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  • In Kingdom County, Vermont in 1956, Austin arrives on the train. His grandfather, also named Austin, picks him up in an old truck. It is never made quite clear why young Austin is there, but his grandfather doesn't seem very nice, at first. He describes himself as the meanest (bleep) in Kingdom County. The word is actually used one time but bleeped the rest of the time the expression is used, with the character's mouth blurred. Austin Sr. can actually be quite loving.

    Austin's grandmother Abiah is there when they arrive at the house, and she seems nicer. But there are times when she will be the meaner of the two. The house has a phone but no electricity, and Abiah will not have it in her house even though she always having to deal with flies and electricity would make that easier. Austin Sr. is quite conservative as well, so one would think he's the one who doesn't want electricity. But he has a sawmill to run, in addition to his many farm-related duties, so if the power company wants to run a line there, he is all for it regardless of what his wife thinks. He has maple trees for sap, and Gram has an apple orchard. There are also cows and chickens. There's lots of work, and young Austin is expected to do chores even though he doesn't like them. Austin Sr. also expects Austin to go hunting with him, but again Austin doesn't like the idea.

    Now why did I say Abiah has an apple orchard? The two are living together but that's about it. They have been in the same house for 50 years and had three children (one wonders how), but young Austin figures out if he wasn't there neither one would say a word to the other. It turns out Austin Sr. was married (not legally, but they considered themselves married) to an Inuit nicknamed Mira because that was short for the English translation of her name. Austin Sr. never got over her death and settled for Abiah. Abiah is obsessed with Egypt, calling Austin "Tut" because he looks like the boy king, and the daughters Nefertiti and Cleopatra have careers Austin Sr. doesn't approve of (but the rest of the world would consider them a success).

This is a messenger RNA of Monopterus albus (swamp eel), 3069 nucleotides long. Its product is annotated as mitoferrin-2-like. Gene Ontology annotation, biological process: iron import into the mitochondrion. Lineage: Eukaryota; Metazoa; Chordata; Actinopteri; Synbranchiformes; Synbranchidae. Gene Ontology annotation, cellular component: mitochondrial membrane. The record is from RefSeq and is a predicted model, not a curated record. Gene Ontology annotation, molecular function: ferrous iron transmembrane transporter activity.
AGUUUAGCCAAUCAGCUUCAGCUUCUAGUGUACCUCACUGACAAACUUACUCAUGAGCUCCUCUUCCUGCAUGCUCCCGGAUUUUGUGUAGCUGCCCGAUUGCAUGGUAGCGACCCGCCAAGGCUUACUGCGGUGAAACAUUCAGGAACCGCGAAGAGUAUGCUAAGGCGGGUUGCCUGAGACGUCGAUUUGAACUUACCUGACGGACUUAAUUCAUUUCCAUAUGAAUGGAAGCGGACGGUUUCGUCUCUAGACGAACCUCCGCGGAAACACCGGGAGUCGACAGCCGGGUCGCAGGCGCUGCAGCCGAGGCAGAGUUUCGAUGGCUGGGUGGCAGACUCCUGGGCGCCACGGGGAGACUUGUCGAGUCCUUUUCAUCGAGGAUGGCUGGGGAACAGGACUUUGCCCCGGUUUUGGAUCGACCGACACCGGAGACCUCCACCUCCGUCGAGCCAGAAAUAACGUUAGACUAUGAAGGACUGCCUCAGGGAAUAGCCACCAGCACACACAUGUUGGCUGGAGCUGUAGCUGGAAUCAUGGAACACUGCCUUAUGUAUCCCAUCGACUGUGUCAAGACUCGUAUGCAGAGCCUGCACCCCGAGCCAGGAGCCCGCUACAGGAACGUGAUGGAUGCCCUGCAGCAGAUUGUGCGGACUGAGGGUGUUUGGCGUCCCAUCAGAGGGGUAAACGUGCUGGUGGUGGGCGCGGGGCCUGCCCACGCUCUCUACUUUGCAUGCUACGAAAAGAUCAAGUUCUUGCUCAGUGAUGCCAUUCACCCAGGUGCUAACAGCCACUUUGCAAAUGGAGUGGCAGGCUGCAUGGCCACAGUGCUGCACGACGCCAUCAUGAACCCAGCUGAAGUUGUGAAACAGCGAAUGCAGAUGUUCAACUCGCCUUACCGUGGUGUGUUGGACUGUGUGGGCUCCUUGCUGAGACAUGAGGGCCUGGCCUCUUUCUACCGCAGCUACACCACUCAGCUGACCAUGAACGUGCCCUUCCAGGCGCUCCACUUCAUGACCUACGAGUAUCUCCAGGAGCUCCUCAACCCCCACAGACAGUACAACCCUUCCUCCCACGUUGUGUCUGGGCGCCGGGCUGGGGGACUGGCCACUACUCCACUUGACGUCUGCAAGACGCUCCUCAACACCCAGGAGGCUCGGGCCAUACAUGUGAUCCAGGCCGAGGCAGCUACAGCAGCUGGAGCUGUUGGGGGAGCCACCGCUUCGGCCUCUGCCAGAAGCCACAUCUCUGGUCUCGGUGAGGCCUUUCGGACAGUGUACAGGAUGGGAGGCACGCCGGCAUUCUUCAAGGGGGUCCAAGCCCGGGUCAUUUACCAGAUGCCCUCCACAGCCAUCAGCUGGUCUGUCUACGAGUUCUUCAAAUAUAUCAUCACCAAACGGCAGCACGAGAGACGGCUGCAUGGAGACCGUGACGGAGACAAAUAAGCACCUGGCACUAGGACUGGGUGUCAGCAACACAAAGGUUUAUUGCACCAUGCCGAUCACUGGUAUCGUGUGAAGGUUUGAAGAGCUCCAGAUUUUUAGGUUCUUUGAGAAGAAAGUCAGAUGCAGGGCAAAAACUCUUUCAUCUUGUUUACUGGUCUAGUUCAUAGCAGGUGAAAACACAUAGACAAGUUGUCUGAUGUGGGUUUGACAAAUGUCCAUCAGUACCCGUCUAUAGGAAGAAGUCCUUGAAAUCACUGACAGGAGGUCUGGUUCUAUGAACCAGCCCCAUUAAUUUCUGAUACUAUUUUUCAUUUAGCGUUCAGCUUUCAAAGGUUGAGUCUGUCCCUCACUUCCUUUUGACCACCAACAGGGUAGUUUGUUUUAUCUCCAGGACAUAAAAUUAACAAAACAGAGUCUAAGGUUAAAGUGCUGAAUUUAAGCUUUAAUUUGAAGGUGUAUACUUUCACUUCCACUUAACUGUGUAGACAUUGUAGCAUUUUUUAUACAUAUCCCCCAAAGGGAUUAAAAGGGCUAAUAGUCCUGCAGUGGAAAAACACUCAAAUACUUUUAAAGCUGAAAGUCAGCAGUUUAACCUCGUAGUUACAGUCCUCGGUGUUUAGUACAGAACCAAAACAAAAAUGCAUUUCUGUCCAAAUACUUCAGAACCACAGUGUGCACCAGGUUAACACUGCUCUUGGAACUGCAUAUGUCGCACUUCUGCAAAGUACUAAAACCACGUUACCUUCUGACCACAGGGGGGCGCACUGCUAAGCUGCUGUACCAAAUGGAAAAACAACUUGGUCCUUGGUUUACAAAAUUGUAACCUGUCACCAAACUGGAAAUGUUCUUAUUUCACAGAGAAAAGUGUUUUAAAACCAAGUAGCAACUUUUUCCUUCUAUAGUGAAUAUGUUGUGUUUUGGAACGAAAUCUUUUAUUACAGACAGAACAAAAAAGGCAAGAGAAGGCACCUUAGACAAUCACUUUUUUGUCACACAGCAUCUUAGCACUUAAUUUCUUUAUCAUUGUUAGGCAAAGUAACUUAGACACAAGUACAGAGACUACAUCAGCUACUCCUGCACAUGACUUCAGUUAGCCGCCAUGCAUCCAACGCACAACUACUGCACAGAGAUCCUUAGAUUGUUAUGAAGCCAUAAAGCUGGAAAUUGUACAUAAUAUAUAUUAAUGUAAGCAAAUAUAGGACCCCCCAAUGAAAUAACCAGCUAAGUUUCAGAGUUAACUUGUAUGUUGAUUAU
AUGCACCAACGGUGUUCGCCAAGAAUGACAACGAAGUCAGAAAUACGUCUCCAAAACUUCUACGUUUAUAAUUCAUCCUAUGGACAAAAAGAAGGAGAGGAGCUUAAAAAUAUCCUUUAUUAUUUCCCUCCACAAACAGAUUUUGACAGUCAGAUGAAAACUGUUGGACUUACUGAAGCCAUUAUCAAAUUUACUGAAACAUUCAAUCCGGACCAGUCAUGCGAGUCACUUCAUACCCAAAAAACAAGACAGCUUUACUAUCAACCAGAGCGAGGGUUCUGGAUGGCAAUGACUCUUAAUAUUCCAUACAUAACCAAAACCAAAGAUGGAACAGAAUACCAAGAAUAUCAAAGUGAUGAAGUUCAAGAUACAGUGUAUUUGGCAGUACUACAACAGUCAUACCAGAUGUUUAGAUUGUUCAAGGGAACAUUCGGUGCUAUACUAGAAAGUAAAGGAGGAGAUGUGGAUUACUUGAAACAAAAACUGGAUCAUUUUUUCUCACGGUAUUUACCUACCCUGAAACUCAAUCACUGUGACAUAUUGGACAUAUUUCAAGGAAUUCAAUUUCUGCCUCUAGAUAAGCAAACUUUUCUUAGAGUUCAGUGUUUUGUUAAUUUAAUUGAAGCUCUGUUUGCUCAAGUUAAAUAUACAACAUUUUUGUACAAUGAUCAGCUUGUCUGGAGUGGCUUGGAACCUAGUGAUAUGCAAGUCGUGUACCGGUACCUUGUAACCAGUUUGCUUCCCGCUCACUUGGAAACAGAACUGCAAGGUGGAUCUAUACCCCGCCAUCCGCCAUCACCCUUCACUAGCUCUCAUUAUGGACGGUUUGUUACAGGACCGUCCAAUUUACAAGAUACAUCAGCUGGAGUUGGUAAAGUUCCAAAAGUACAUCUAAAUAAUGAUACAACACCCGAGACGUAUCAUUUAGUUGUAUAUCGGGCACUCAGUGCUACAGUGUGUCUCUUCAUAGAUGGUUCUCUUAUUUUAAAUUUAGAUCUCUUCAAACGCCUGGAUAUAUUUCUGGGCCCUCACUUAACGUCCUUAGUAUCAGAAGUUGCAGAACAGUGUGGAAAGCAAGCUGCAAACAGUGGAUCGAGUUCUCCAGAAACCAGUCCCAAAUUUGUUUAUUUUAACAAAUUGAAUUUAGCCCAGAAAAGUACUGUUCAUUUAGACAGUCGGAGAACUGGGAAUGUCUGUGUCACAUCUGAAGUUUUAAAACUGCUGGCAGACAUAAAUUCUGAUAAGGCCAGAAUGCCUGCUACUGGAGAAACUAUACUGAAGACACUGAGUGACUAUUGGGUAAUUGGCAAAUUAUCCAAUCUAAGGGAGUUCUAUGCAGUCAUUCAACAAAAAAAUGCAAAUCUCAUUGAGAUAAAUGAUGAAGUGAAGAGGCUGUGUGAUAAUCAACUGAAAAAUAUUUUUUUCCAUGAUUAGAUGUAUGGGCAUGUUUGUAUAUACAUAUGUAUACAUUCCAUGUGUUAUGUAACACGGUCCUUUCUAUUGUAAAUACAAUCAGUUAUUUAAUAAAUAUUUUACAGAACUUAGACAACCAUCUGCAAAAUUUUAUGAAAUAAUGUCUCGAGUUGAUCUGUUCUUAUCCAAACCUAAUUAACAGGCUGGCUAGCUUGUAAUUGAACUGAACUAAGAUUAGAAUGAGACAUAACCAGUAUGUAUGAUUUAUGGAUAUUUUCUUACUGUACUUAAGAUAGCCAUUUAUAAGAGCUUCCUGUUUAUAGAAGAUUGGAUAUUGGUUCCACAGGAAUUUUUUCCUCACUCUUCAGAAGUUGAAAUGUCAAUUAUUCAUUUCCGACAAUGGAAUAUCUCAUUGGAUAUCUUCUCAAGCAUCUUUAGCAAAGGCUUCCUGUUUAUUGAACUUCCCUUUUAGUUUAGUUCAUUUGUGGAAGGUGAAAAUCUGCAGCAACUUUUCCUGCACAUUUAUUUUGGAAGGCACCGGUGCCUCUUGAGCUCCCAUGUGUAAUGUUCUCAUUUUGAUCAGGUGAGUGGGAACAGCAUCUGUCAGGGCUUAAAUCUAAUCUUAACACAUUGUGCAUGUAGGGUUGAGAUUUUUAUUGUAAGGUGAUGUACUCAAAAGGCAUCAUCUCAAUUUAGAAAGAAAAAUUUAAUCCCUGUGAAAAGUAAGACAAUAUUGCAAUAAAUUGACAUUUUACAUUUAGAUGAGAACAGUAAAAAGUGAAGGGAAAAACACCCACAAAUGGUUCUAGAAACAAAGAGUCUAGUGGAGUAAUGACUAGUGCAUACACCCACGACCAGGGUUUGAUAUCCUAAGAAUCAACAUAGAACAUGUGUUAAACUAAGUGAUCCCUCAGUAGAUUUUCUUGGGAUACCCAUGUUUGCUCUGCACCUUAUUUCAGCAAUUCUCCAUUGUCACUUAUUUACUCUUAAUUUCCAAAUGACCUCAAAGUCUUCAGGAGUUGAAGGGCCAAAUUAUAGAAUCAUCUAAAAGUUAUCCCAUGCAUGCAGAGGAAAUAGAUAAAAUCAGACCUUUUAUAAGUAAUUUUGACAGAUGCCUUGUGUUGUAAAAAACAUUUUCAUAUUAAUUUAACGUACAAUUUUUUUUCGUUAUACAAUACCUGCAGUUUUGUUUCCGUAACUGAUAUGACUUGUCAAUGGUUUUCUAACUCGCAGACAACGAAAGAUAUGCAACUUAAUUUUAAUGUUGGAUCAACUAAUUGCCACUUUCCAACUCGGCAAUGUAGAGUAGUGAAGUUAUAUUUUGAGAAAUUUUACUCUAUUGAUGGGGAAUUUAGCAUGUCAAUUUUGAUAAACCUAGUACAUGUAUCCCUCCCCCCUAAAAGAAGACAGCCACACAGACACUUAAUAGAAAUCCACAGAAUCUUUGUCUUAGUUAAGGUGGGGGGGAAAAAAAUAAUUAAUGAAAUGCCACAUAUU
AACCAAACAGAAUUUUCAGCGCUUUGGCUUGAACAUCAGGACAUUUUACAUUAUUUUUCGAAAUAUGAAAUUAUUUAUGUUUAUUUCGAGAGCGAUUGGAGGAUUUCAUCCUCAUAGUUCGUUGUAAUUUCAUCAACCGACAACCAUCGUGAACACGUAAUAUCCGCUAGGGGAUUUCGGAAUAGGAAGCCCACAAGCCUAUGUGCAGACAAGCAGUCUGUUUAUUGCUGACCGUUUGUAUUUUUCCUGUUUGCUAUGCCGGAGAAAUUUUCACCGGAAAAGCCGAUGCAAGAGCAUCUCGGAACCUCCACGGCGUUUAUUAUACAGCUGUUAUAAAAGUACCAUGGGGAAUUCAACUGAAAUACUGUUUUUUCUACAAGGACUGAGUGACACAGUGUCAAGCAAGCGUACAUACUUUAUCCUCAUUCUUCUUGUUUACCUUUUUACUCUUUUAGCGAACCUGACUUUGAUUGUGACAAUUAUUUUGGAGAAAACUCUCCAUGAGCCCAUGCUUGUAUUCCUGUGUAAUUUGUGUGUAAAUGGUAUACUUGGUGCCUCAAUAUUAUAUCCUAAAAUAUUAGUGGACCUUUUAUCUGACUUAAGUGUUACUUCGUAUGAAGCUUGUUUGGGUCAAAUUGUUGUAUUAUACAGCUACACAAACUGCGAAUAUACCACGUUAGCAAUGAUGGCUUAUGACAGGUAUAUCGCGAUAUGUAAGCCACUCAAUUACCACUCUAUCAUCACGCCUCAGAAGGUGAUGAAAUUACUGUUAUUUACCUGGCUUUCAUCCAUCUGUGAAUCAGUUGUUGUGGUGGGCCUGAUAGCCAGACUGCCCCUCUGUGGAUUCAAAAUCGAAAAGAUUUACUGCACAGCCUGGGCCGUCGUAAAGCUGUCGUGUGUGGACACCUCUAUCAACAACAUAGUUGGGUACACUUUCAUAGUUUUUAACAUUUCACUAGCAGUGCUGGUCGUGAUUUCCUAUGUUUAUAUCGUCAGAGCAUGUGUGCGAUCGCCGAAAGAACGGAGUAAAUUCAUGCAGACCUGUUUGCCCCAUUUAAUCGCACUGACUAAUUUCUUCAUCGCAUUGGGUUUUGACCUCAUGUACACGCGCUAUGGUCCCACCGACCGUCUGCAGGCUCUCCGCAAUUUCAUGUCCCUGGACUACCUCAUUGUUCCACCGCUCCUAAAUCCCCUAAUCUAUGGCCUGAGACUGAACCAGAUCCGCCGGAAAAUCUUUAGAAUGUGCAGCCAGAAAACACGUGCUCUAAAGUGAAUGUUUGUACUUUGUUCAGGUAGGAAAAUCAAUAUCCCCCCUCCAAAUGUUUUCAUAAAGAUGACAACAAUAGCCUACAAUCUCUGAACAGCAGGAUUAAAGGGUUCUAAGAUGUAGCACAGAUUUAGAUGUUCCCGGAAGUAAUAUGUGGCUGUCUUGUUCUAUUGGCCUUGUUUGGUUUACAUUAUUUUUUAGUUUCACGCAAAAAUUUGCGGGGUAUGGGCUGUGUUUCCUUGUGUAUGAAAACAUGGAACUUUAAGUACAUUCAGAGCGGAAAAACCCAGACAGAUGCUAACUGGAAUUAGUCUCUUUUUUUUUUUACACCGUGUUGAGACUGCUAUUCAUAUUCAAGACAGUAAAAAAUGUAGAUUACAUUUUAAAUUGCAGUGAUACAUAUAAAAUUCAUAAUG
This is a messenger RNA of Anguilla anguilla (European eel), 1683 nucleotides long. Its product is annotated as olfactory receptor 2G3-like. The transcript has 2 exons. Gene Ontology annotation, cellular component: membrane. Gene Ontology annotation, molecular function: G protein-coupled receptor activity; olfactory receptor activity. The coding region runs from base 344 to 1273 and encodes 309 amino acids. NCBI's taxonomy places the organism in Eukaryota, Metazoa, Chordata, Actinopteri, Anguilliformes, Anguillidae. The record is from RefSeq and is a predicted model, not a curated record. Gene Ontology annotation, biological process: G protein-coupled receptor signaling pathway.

Austin Sr. doesn't approve of education because he thinks it will take away from work. He doesn't approve of his son's career as a teacher. Austin's father comes up for visits occasionally, but young Austin stays for a long time and even goes to school, because despite Austin Sr.'s attitude, children have to go to school. There, Austin meets Theresa, whose family is poor, though Theresa seems happy. Austin Sr. doesn't seem to approve of helping the poor, blames the Dubois family for being poor because they're French, and does not see anything good about Adlai Stevenson. Still, he's not as mean as he seems. There's also the bully Hettie.

    Later, the grandparents enter the maple festival's syrup contest, competing against each other.

    Austin learns a lot about life and family, and responsibility. There are occasional laughs and some tragedy.

    This is a family film, if not one appropriate for younger children. It could have easily been a Hallmark Hall of Fame production, because it reminds me a lot of those films. I don't recall any bad language except for that one word that keeps getting repeated and bleeped. There is some minor violence, and a death, and some difficult topics, but it's a film older children could watch. And maybe even some tough younger children.

    Bruce Dern gives an Oscar-caliber performance, though I imagine this film didn't get noticed and there could just have been too many equally good performances.

    Genevieve Bujold also does quite a good job.

    Seamus Davey-Fitzpatrick is good too.

    Because of the popcornflix.com logo at the beginning and credits that go on for days with the type information movie credits wouldn't normally have, I believe this was an independent film. That usually means quality, and that's certainly true in this case. I've never seen a film with so much participation by colleges.

    It's a worthy effort.
  • sweetartcat1 January 2018
    Warning: Spoilers
    The budget on this movie was pretty small as an independent film. What saves it is the great actors. The acting was terrific; I gave this movie a seven because of the acting. Most of the sets were fine and the costumes were realistic also. But it struggled with production value, pacing, editing, and how some of the scenes ended and began. That's were a seasoned editor, screenwriter, and director would have helped. There were several rough spots because the screenplay was clearly clunky. A better screenplay would have produced better scene opportunities. Sometimes the dialogue didn't make sense - like when the grandson asks, "What name did she call you before she died?" No one asks that kind of thing. Not even a 1950's kid. The information was not necessary. Some of the scenes were awkward with no lead-in and ended with the viewer wondering why the scene was included since it didn't push the story along nor really show character development. Examples include the teacher being locked in an outhouse for an extended period of time, Austin Sr. talking to the cow-stealing landlord, or the saddle bag being open. A savvy editor and director knows which scenes are irrelevant and gets rid of them. That being said, Bruce Dern, Geneviève Bujold, and Seamus Davey-Fitzpatrick were wonderful to watch.
  • Really enjoyable movie. Bruce Dern and Geneve Bujold are outstanding and the boy Austin is great too. There are flaws; the boy is mature beyond his years, the other family characters are underdeveloped and there are scenes that seem pointless. But I was intensely interested in what would happen to the main characters and I found this movie riveting. If you appreciate a thoughtful movie you will like this one.